It is estimated that 2.5 billion people (roughly 37 per cent of the world’s population) still lack access to adequate sanitation such as toilets or latrines.
Seven out of 10 people without improved sanitation live in rural areas.
Some countries lose as much as seven per cent of their gross domestic product (GDP) because of inadequate sanitation.
Doing nothing about this is costly. Every US$1 spent on sanitation brings a $5.50 return, as adequate sanitation keeps people healthy and productive.
Through a focus on Water, Sanitation and Hygiene (WASH), improvements in health, education and nutrition are accelerated and their sustainability is reinforced. WASH is also closely linked with dignity.
More people have a mobile phone than people have toilets.
Eighty per cent of diseases in developing countries are caused by unsafe water and poor sanitation, including inadequate sanitation facilities.
Open defecation rates have decreased from 24 per cent in 1990 to 15 per cent in 2011. Worldwide, 1 billion people practice open defecation, a decline of 244 million since 1990.
Globally, improving water, sanitation and hygiene has the potential to prevent at least 9.1 per cent of the disease burden, or 6.3 per cent of all deaths.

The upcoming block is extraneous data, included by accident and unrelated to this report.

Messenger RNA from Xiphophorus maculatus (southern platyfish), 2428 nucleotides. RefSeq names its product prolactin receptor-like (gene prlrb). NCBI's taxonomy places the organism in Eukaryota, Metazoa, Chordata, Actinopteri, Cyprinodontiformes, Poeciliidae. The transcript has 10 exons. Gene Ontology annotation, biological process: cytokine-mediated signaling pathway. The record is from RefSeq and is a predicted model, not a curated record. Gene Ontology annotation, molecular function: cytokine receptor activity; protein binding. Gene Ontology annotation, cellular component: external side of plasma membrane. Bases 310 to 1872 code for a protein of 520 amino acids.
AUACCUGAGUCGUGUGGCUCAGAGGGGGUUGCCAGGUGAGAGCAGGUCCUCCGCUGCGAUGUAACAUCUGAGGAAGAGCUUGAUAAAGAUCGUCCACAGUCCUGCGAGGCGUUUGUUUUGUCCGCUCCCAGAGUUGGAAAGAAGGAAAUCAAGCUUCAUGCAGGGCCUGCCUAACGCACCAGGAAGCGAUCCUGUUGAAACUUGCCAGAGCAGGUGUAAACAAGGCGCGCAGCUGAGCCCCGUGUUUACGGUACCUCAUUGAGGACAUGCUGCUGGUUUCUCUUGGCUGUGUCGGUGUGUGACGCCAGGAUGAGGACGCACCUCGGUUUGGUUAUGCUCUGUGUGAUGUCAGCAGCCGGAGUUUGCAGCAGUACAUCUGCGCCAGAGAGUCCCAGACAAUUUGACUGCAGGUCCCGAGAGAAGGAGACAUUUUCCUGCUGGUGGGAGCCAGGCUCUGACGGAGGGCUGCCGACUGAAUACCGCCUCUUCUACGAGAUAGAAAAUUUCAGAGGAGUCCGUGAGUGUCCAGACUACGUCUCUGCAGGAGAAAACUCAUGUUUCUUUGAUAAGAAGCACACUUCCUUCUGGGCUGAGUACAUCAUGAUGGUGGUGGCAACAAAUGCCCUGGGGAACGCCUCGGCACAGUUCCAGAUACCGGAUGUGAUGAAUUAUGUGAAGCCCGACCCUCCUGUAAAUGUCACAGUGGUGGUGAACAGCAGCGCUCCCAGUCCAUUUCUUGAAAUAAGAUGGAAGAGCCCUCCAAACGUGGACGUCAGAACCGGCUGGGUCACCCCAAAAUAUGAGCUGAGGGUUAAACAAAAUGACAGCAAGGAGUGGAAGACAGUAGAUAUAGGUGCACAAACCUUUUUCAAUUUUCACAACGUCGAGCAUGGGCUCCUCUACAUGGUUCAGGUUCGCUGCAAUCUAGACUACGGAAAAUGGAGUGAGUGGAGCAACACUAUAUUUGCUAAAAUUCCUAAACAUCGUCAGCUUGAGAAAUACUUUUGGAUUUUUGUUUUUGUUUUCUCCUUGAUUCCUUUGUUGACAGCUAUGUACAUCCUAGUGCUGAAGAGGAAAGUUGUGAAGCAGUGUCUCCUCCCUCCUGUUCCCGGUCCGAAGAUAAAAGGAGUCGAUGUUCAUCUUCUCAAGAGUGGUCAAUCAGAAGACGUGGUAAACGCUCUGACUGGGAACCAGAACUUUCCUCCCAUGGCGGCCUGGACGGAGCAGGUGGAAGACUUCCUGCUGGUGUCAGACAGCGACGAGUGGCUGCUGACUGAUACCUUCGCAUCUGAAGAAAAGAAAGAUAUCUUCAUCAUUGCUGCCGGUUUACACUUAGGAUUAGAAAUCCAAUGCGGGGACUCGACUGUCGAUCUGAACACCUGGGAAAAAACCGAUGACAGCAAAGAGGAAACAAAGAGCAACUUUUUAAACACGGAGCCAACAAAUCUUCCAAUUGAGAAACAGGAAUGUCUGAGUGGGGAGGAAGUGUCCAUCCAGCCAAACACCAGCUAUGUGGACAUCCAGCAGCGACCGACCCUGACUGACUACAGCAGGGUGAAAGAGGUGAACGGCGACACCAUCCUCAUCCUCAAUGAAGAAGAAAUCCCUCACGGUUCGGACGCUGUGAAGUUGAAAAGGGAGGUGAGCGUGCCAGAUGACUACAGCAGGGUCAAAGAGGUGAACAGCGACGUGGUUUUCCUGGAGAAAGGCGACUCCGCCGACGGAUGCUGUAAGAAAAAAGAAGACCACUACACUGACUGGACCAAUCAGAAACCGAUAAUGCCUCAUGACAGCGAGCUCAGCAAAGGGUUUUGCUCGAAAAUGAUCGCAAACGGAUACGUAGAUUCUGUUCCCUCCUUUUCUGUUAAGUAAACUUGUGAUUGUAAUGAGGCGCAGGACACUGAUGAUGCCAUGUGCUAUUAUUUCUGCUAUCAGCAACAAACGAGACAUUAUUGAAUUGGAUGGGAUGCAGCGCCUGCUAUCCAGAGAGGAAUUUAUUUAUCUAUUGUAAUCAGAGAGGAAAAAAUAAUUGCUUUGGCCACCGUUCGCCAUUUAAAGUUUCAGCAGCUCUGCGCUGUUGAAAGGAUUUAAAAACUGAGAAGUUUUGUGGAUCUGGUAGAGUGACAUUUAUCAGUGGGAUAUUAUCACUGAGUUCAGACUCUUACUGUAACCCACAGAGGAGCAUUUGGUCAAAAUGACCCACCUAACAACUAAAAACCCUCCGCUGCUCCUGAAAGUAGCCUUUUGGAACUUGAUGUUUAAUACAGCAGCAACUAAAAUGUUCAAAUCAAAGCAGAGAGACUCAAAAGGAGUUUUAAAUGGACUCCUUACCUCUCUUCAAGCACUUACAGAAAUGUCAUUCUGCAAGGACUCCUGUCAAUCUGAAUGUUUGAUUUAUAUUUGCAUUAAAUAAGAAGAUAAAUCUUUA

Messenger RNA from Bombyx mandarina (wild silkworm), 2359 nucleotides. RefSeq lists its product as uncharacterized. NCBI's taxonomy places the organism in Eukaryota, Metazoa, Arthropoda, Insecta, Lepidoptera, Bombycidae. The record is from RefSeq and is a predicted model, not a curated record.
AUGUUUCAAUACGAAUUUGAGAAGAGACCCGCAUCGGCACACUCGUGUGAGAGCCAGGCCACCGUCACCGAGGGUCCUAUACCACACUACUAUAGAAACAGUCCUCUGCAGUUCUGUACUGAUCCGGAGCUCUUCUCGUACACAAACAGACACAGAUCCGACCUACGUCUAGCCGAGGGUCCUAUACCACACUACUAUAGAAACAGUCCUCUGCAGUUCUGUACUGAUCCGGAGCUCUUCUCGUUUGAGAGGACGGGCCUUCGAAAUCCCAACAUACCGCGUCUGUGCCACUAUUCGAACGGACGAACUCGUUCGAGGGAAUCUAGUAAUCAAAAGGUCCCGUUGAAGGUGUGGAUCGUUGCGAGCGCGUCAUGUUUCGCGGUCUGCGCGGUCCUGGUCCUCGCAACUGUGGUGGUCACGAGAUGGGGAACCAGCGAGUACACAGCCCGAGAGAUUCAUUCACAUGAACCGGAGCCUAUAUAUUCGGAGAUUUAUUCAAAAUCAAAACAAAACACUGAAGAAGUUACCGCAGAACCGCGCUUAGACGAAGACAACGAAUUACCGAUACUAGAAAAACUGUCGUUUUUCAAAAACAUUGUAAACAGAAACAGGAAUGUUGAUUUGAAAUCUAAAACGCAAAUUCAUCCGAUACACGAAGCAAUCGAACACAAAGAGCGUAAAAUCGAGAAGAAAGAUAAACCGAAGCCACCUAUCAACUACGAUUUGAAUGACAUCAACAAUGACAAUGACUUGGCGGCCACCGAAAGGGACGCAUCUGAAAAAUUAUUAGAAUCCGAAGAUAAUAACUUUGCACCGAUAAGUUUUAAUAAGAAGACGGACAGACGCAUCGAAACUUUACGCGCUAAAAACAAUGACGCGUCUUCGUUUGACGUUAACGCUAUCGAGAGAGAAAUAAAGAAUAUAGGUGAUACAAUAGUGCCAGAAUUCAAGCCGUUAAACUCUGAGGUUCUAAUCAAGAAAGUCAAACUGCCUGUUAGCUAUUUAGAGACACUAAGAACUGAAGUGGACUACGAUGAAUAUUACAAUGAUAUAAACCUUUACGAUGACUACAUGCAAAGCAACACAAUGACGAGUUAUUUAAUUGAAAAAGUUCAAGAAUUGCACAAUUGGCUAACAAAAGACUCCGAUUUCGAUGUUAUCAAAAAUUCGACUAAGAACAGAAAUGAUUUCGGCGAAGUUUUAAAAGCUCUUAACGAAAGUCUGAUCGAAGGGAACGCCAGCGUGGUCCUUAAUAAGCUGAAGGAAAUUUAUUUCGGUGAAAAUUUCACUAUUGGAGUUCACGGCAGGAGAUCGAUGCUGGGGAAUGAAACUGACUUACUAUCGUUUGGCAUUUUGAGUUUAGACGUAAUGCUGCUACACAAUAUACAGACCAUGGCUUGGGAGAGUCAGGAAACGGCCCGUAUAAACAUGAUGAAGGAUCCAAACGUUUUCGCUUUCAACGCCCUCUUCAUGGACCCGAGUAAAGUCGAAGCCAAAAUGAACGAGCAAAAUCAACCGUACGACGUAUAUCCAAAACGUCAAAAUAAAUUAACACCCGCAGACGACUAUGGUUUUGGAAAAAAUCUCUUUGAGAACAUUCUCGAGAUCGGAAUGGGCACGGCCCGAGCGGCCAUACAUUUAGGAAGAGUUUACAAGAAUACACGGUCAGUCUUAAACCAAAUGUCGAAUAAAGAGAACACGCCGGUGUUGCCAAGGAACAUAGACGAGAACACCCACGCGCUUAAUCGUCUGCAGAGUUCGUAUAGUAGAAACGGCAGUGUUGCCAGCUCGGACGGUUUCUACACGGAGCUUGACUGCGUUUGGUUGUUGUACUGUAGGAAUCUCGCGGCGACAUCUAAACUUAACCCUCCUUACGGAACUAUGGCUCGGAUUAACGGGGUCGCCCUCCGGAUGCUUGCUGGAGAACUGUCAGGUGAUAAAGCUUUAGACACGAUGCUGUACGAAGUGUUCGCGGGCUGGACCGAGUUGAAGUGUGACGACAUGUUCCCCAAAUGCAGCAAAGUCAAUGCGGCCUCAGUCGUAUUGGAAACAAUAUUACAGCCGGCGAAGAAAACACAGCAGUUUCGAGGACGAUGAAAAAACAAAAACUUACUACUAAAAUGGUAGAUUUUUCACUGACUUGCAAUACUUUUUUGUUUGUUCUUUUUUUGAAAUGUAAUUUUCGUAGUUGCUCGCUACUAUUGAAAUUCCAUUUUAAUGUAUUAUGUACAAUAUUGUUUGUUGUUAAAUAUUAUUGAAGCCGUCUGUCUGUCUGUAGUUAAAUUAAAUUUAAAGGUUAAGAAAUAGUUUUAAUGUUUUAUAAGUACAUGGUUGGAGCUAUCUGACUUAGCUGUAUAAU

Passionate about doing your part to improve sanitation around the world? Why not purchase a toilet through Gifts of Compassion and help to provide Compassion child development centres around the world with hygienic toilets for the children and community to use.
Words by Ryan Johnson and Monique Wallace
Photo by Juana Ordoñez
United Nations, International Decade for Action ‘WATER FOR LIFE’ 2005-2015
United Nations, The Future We Want for Water and Sanitation
WHO/UNICEF Joint Monitoring Program for Water Supply and Sanitation (1)
WHO/UNICEF Joint Monitoring Program for Water Supply and Sanitation (2)